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March 2018

COP23: Implementing the Paris Agreement

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By Catherine Jacques-Brissette, ACIA

This article is excerpted with permission from one in the February 2018 IAA Newsletter which provides a more in-depth look at climate change and the actuarial-related activities around it in 2017.

In November 2017, I attended the 23rd Conference of the Parties (COP23) of the United Nations Framework Convention on Climate Change (UNFCCC) in Bonn, representing CAP Développement durable. The COP is the supreme decision-making body of the UNFCCC, bringing together business leaders, government representatives at all levels, and civil society members from nearly 200 countries.

COP23 was hosted one year after the entry into force of the landmark Paris Agreement; an international agreement to reduce global greenhouse gas (GHG) emissions to a level likely to limit global warming below 2°C over pre-industrial levels. COP23 was all about the “Paris rule book”, a document outlining the nuts-and-bolts details on how to implement the Paris Agreement and achieve the 2°C target, which should be finalized in 2018.

Soaring Momentum in the Private Sector

Non-state actors from around the world are stepping up efforts to fight and adapt to climate change. A bustling atmosphere pervaded the COP23 non-party stakeholder zone, with numerous climate commitment announcements, and highlights of available solutions to decarbonize the economy.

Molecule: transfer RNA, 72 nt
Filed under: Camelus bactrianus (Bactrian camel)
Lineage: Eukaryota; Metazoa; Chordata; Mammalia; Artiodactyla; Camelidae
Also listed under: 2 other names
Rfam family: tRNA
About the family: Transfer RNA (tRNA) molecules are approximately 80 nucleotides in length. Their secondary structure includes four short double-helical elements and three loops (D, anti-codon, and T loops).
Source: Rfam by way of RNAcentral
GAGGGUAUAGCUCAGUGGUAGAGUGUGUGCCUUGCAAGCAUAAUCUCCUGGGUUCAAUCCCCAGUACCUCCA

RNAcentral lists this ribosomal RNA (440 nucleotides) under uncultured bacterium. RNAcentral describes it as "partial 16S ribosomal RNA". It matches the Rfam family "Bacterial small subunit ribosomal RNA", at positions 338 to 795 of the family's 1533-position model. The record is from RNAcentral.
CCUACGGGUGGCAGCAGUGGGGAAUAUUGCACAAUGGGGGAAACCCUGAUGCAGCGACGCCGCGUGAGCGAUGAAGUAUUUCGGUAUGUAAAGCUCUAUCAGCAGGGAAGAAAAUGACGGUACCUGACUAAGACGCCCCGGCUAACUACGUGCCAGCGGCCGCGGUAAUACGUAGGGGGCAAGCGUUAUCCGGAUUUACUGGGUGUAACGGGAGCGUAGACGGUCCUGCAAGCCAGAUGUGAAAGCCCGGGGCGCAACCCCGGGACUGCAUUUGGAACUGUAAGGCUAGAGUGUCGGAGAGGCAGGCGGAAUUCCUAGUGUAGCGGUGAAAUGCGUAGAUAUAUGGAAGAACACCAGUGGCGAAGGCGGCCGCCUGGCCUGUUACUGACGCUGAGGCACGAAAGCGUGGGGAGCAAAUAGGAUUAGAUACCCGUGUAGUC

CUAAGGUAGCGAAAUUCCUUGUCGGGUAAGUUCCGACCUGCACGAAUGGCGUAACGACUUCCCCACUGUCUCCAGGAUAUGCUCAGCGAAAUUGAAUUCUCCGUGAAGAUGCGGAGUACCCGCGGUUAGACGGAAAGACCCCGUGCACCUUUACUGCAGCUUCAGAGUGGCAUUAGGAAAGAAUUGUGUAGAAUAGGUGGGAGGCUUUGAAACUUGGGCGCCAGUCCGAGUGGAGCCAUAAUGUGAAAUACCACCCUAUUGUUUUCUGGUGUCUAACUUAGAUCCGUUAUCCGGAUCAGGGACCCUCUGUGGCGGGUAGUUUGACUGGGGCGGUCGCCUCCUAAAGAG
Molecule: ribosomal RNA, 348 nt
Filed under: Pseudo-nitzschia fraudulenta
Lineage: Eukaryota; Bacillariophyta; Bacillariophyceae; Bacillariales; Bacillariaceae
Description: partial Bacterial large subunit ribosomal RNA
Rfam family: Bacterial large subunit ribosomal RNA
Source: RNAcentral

I was proud to participate as an expert panelist in a high-level event on the enabling role of ICT solutions (information and communications technologies) in tackling climate change, organized by the UN-led Momentum for Change initiative. The role of the private sector in implementing the Paris Agreement is undeniable, as corporations emit nearly 70 percent of the world’s total GHGs. At the time of writing, more than 340 companies including Walmart, Dell, Sony, and Tesco, had committed to put forward science-based emissions reduction targets consistent with the Paris Agreement’s 2°C limit.

Responsible Investment Becoming Standard

Another key theme covered at COP23 was how environmental, social, and governance (ESG) factors have become mainstream decision-making considerations for institutional investors. Responsible investment allows better management of risks and fulfilment of investors’ fiduciary duty, and can even improve long-term returns. Indeed, a significant and growing body of research demonstrates that integrating sustainability factors into investment decision-making processes is beneficial from an economic perspective. There is little room left for hiding behind a narrow interpretation of fiduciary duties to justify a “business as usual” investment strategy.

Heightened Sense of Urgency

Although the Paris Agreement formalizes a 2°C target, current commitments taken by countries (called nationally determined contributions or NDCs) fall significantly short of achieving that target. According to the UN Emissions Gap Report 2017, “even if the current NDCs are fully implemented, the carbon budget for limiting global warming to below 2°C will be about 80 percent depleted by 2030”. Such sobering scientific warnings remind us that the window of opportunity is narrow and rapidly closing, particularly with evidence that 2017 was “a year of record-breaking climate events”.